Indiana corn only 14 percent planted vs 86 percent same time last year

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VIGO COUNTY, Ind. (WTWO/WAWV) – According to the National Agriculture Statistics Service, at this time in 2018, 86 percent of corn and 70 percent of soybeans were planted in the state of Indiana.

In 2019, these numbers have decreased dramatically to 14 percent for corn and seven percent for soybeans. It’s a trend that local farmers say they have seen firsthand.

“On our farming operation we’ve got about 20 percent of our corn planted and about 15 percent of our soybeans,” said Brad Burbrink, Vigo County Farm Bureau board member.

“We’re over a month behind. So that’s a month’s loss of growing potential,” said Brent Hultz, owner of Hultz Farms.

Burbrink says last year there was a surplus of corn but the market is now evening out, but if rain continues it could start impacting costs.

“With these issues at hand with the weather, we’re probably going to see a reduction in inventory which should lead to stronger corn prices,” Burbrink said.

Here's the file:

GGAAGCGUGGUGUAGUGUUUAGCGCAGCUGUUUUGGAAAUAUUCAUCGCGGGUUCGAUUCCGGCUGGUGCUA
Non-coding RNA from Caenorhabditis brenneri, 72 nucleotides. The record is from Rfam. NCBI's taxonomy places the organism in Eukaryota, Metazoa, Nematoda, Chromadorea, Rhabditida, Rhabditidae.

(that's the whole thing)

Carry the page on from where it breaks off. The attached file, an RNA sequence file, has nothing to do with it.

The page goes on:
Burbrink also says weather is a problem that farmers across the Midwest are facing. While it is unlikely, continued rain could cause serious problems in the corn industry.

“If it would stay wet for another 10 days across the Midwest, if we don’t get more planted than we have planted now, there could very well be a corn shortage,” Burbrink said.

Farmers say there isn’t much that can be done to the fields while rain is present but Hultz says being prepared is key.

“When you have a good day to go, you go all day and you’ve got to be ready for that day to happen,” Hultz said.

Crop insurance is available to farmers to help offset some of the costs of prevented planting but both Burbrink and Hultz say it’s not very profitable.

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